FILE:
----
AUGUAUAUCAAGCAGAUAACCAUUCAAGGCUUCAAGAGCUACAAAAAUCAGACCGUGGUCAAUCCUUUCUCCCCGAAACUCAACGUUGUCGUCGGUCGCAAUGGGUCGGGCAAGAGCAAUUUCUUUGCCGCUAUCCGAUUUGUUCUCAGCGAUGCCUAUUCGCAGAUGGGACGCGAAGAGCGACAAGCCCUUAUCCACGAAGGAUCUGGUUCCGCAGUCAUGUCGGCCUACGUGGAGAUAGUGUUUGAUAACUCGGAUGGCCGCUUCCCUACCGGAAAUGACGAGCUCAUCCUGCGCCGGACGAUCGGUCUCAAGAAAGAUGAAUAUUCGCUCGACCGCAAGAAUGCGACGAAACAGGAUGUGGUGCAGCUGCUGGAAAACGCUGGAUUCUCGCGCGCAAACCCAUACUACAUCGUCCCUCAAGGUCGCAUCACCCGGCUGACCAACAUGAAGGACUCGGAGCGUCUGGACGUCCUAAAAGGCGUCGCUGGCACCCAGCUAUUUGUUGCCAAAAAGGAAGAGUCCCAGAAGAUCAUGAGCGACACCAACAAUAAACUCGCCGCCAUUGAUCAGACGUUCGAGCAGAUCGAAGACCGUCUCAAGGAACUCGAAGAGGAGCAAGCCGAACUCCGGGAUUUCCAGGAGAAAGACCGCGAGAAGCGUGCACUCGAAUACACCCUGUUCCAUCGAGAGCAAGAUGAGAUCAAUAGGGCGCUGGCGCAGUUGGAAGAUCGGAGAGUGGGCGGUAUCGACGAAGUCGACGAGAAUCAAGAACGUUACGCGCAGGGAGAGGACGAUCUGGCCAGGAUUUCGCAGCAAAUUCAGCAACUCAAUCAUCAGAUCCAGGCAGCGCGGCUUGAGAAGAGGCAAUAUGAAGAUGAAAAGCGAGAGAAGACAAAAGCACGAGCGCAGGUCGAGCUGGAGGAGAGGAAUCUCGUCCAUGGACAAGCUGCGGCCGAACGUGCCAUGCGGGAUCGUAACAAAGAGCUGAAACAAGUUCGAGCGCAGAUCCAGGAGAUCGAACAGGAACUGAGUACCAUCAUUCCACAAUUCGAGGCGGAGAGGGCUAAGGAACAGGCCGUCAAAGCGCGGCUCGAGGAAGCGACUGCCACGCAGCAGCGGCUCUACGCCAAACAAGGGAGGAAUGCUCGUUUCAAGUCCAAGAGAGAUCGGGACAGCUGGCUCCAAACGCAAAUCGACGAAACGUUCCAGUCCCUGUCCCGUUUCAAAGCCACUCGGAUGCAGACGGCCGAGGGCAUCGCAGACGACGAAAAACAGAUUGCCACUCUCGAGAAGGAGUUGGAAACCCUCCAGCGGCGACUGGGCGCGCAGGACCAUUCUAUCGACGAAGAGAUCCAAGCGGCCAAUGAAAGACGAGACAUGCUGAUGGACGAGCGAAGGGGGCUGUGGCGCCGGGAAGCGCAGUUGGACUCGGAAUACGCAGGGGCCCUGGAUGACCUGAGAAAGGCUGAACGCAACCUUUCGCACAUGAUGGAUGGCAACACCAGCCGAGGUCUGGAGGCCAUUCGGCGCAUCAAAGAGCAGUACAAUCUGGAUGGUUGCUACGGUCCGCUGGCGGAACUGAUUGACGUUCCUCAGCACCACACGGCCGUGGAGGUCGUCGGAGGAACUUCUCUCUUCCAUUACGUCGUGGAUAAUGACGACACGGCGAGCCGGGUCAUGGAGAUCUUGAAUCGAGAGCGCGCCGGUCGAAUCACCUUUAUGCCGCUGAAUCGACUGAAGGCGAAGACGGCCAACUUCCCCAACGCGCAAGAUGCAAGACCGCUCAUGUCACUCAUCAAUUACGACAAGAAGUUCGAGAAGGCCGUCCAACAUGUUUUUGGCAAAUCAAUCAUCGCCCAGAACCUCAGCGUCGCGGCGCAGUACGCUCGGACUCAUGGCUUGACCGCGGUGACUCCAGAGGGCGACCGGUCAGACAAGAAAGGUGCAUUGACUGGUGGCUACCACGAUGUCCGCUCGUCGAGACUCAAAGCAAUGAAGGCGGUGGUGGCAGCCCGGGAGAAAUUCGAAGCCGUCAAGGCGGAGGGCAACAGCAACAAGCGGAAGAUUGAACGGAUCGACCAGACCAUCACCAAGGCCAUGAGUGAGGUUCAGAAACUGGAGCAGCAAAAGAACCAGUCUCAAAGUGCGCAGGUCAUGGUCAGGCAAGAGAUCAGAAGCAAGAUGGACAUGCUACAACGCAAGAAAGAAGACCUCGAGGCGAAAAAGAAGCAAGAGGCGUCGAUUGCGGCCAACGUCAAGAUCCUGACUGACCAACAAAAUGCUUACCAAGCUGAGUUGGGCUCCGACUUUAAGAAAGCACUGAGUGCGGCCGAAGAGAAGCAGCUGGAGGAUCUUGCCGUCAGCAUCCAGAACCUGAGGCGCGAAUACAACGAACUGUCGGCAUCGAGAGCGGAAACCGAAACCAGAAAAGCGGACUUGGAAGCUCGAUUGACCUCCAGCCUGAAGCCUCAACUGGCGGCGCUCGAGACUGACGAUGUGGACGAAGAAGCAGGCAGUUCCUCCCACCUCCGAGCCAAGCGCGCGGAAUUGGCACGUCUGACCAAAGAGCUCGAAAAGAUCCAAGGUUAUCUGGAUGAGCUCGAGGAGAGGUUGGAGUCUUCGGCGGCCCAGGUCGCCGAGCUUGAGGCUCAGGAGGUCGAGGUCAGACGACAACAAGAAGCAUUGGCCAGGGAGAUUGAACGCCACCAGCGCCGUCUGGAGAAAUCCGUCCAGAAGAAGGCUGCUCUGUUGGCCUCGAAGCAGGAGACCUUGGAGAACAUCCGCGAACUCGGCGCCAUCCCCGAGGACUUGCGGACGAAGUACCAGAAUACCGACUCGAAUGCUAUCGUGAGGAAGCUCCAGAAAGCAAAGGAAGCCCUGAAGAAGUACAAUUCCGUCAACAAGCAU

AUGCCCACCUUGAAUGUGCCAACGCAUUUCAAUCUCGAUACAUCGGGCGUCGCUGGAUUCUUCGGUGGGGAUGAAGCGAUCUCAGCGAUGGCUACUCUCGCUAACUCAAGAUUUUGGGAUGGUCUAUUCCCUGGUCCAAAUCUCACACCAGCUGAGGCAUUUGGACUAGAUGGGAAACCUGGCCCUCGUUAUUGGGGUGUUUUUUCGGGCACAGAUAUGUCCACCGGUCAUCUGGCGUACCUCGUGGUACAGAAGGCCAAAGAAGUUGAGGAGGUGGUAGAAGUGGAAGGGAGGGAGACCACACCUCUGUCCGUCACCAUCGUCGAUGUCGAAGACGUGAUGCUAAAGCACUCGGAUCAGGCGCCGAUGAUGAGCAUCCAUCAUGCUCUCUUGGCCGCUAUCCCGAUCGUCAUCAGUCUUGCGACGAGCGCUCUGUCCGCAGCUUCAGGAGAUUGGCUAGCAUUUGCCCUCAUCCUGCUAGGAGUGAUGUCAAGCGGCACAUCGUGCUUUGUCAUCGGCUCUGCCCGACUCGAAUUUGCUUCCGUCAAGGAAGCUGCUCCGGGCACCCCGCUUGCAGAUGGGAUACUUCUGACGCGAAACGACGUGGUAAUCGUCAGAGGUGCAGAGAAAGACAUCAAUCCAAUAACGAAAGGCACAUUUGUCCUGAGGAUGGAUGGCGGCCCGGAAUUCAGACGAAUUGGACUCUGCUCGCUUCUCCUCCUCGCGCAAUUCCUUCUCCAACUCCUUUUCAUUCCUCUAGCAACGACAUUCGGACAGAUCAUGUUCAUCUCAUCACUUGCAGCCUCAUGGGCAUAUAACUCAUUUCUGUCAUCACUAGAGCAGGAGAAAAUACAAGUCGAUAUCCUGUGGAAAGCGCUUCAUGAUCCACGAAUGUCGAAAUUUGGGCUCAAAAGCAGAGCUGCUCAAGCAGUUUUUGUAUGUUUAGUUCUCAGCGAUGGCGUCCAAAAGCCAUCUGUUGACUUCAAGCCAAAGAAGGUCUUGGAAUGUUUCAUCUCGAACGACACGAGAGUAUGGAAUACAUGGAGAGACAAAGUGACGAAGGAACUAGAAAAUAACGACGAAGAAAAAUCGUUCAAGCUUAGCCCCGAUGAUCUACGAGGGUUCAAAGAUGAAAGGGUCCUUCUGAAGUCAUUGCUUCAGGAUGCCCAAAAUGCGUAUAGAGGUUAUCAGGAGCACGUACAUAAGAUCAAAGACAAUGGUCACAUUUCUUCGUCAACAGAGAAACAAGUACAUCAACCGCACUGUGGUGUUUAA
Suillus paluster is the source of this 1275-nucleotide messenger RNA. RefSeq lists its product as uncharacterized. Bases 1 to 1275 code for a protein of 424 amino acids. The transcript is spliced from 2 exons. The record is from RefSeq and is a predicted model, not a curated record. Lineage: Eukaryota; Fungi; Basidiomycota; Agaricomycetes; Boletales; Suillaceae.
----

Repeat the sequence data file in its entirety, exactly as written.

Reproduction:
AUGUAUAUCAAGCAGAUAACCAUUCAAGGCUUCAAGAGCUACAAAAAUCAGACCGUGGUCAAUCCUUUCUCCCCGAAACUCAACGUUGUCGUCGGUCGCAAUGGGUCGGGCAAGAGCAAUUUCUUUGCCGCUAUCCGAUUUGUUCUCAGCGAUGCCUAUUCGCAGAUGGGACGCGAAGAGCGACAAGCCCUUAUCCACGAAGGAUCUGGUUCCGCAGUCAUGUCGGCCUACGUGGAGAUAGUGUUUGAUAACUCGGAUGGCCGCUUCCCUACCGGAAAUGACGAGCUCAUCCUGCGCCGGACGAUCGGUCUCAAGAAAGAUGAAUAUUCGCUCGACCGCAAGAAUGCGACGAAACAGGAUGUGGUGCAGCUGCUGGAAAACGCUGGAUUCUCGCGCGCAAACCCAUACUACAUCGUCCCUCAAGGUCGCAUCACCCGGCUGACCAACAUGAAGGACUCGGAGCGUCUGGACGUCCUAAAAGGCGUCGCUGGCACCCAGCUAUUUGUUGCCAAAAAGGAAGAGUCCCAGAAGAUCAUGAGCGACACCAACAAUAAACUCGCCGCCAUUGAUCAGACGUUCGAGCAGAUCGAAGACCGUCUCAAGGAACUCGAAGAGGAGCAAGCCGAACUCCGGGAUUUCCAGGAGAAAGACCGCGAGAAGCGUGCACUCGAAUACACCCUGUUCCAUCGAGAGCAAGAUGAGAUCAAUAGGGCGCUGGCGCAGUUGGAAGAUCGGAGAGUGGGCGGUAUCGACGAAGUCGACGAGAAUCAAGAACGUUACGCGCAGGGAGAGGACGAUCUGGCCAGGAUUUCGCAGCAAAUUCAGCAACUCAAUCAUCAGAUCCAGGCAGCGCGGCUUGAGAAGAGGCAAUAUGAAGAUGAAAAGCGAGAGAAGACAAAAGCACGAGCGCAGGUCGAGCUGGAGGAGAGGAAUCUCGUCCAUGGACAAGCUGCGGCCGAACGUGCCAUGCGGGAUCGUAACAAAGAGCUGAAACAAGUUCGAGCGCAGAUCCAGGAGAUCGAACAGGAACUGAGUACCAUCAUUCCACAAUUCGAGGCGGAGAGGGCUAAGGAACAGGCCGUCAAAGCGCGGCUCGAGGAAGCGACUGCCACGCAGCAGCGGCUCUACGCCAAACAAGGGAGGAAUGCUCGUUUCAAGUCCAAGAGAGAUCGGGACAGCUGGCUCCAAACGCAAAUCGACGAAACGUUCCAGUCCCUGUCCCGUUUCAAAGCCACUCGGAUGCAGACGGCCGAGGGCAUCGCAGACGACGAAAAACAGAUUGCCACUCUCGAGAAGGAGUUGGAAACCCUCCAGCGGCGACUGGGCGCGCAGGACCAUUCUAUCGACGAAGAGAUCCAAGCGGCCAAUGAAAGACGAGACAUGCUGAUGGACGAGCGAAGGGGGCUGUGGCGCCGGGAAGCGCAGUUGGACUCGGAAUACGCAGGGGCCCUGGAUGACCUGAGAAAGGCUGAACGCAACCUUUCGCACAUGAUGGAUGGCAACACCAGCCGAGGUCUGGAGGCCAUUCGGCGCAUCAAAGAGCAGUACAAUCUGGAUGGUUGCUACGGUCCGCUGGCGGAACUGAUUGACGUUCCUCAGCACCACACGGCCGUGGAGGUCGUCGGAGGAACUUCUCUCUUCCAUUACGUCGUGGAUAAUGACGACACGGCGAGCCGGGUCAUGGAGAUCUUGAAUCGAGAGCGCGCCGGUCGAAUCACCUUUAUGCCGCUGAAUCGACUGAAGGCGAAGACGGCCAACUUCCCCAACGCGCAAGAUGCAAGACCGCUCAUGUCACUCAUCAAUUACGACAAGAAGUUCGAGAAGGCCGUCCAACAUGUUUUUGGCAAAUCAAUCAUCGCCCAGAACCUCAGCGUCGCGGCGCAGUACGCUCGGACUCAUGGCUUGACCGCGGUGACUCCAGAGGGCGACCGGUCAGACAAGAAAGGUGCAUUGACUGGUGGCUACCACGAUGUCCGCUCGUCGAGACUCAAAGCAAUGAAGGCGGUGGUGGCAGCCCGGGAGAAAUUCGAAGCCGUCAAGGCGGAGGGCAACAGCAACAAGCGGAAGAUUGAACGGAUCGACCAGACCAUCACCAAGGCCAUGAGUGAGGUUCAGAAACUGGAGCAGCAAAAGAACCAGUCUCAAAGUGCGCAGGUCAUGGUCAGGCAAGAGAUCAGAAGCAAGAUGGACAUGCUACAACGCAAGAAAGAAGACCUCGAGGCGAAAAAGAAGCAAGAGGCGUCGAUUGCGGCCAACGUCAAGAUCCUGACUGACCAACAAAAUGCUUACCAAGCUGAGUUGGGCUCCGACUUUAAGAAAGCACUGAGUGCGGCCGAAGAGAAGCAGCUGGAGGAUCUUGCCGUCAGCAUCCAGAACCUGAGGCGCGAAUACAACGAACUGUCGGCAUCGAGAGCGGAAACCGAAACCAGAAAAGCGGACUUGGAAGCUCGAUUGACCUCCAGCCUGAAGCCUCAACUGGCGGCGCUCGAGACUGACGAUGUGGACGAAGAAGCAGGCAGUUCCUCCCACCUCCGAGCCAAGCGCGCGGAAUUGGCACGUCUGACCAAAGAGCUCGAAAAGAUCCAAGGUUAUCUGGAUGAGCUCGAGGAGAGGUUGGAGUCUUCGGCGGCCCAGGUCGCCGAGCUUGAGGCUCAGGAGGUCGAGGUCAGACGACAACAAGAAGCAUUGGCCAGGGAGAUUGAACGCCACCAGCGCCGUCUGGAGAAAUCCGUCCAGAAGAAGGCUGCUCUGUUGGCCUCGAAGCAGGAGACCUUGGAGAACAUCCGCGAACUCGGCGCCAUCCCCGAGGACUUGCGGACGAAGUACCAGAAUACCGACUCGAAUGCUAUCGUGAGGAAGCUCCAGAAAGCAAAGGAAGCCCUGAAGAAGUACAAUUCCGUCAACAAGCAU

AUGCCCACCUUGAAUGUGCCAACGCAUUUCAAUCUCGAUACAUCGGGCGUCGCUGGAUUCUUCGGUGGGGAUGAAGCGAUCUCAGCGAUGGCUACUCUCGCUAACUCAAGAUUUUGGGAUGGUCUAUUCCCUGGUCCAAAUCUCACACCAGCUGAGGCAUUUGGACUAGAUGGGAAACCUGGCCCUCGUUAUUGGGGUGUUUUUUCGGGCACAGAUAUGUCCACCGGUCAUCUGGCGUACCUCGUGGUACAGAAGGCCAAAGAAGUUGAGGAGGUGGUAGAAGUGGAAGGGAGGGAGACCACACCUCUGUCCGUCACCAUCGUCGAUGUCGAAGACGUGAUGCUAAAGCACUCGGAUCAGGCGCCGAUGAUGAGCAUCCAUCAUGCUCUCUUGGCCGCUAUCCCGAUCGUCAUCAGUCUUGCGACGAGCGCUCUGUCCGCAGCUUCAGGAGAUUGGCUAGCAUUUGCCCUCAUCCUGCUAGGAGUGAUGUCAAGCGGCACAUCGUGCUUUGUCAUCGGCUCUGCCCGACUCGAAUUUGCUUCCGUCAAGGAAGCUGCUCCGGGCACCCCGCUUGCAGAUGGGAUACUUCUGACGCGAAACGACGUGGUAAUCGUCAGAGGUGCAGAGAAAGACAUCAAUCCAAUAACGAAAGGCACAUUUGUCCUGAGGAUGGAUGGCGGCCCGGAAUUCAGACGAAUUGGACUCUGCUCGCUUCUCCUCCUCGCGCAAUUCCUUCUCCAACUCCUUUUCAUUCCUCUAGCAACGACAUUCGGACAGAUCAUGUUCAUCUCAUCACUUGCAGCCUCAUGGGCAUAUAACUCAUUUCUGUCAUCACUAGAGCAGGAGAAAAUACAAGUCGAUAUCCUGUGGAAAGCGCUUCAUGAUCCACGAAUGUCGAAAUUUGGGCUCAAAAGCAGAGCUGCUCAAGCAGUUUUUGUAUGUUUAGUUCUCAGCGAUGGCGUCCAAAAGCCAUCUGUUGACUUCAAGCCAAAGAAGGUCUUGGAAUGUUUCAUCUCGAACGACACGAGAGUAUGGAAUACAUGGAGAGACAAAGUGACGAAGGAACUAGAAAAUAACGACGAAGAAAAAUCGUUCAAGCUUAGCCCCGAUGAUCUACGAGGGUUCAAAGAUGAAAGGGUCCUUCUGAAGUCAUUGCUUCAGGAUGCCCAAAAUGCGUAUAGAGGUUAUCAGGAGCACGUACAUAAGAUCAAAGACAAUGGUCACAUUUCUUCGUCAACAGAGAAACAAGUACAUCAACCGCACUGUGGUGUUUAA
Suillus paluster is the source of this 1275-nucleotide messenger RNA. RefSeq lists its product as uncharacterized. Bases 1 to 1275 code for a protein of 424 amino acids. The transcript is spliced from 2 exons. The record is from RefSeq and is a predicted model, not a curated record. Lineage: Eukaryota; Fungi; Basidiomycota; Agaricomycetes; Boletales; Suillaceae.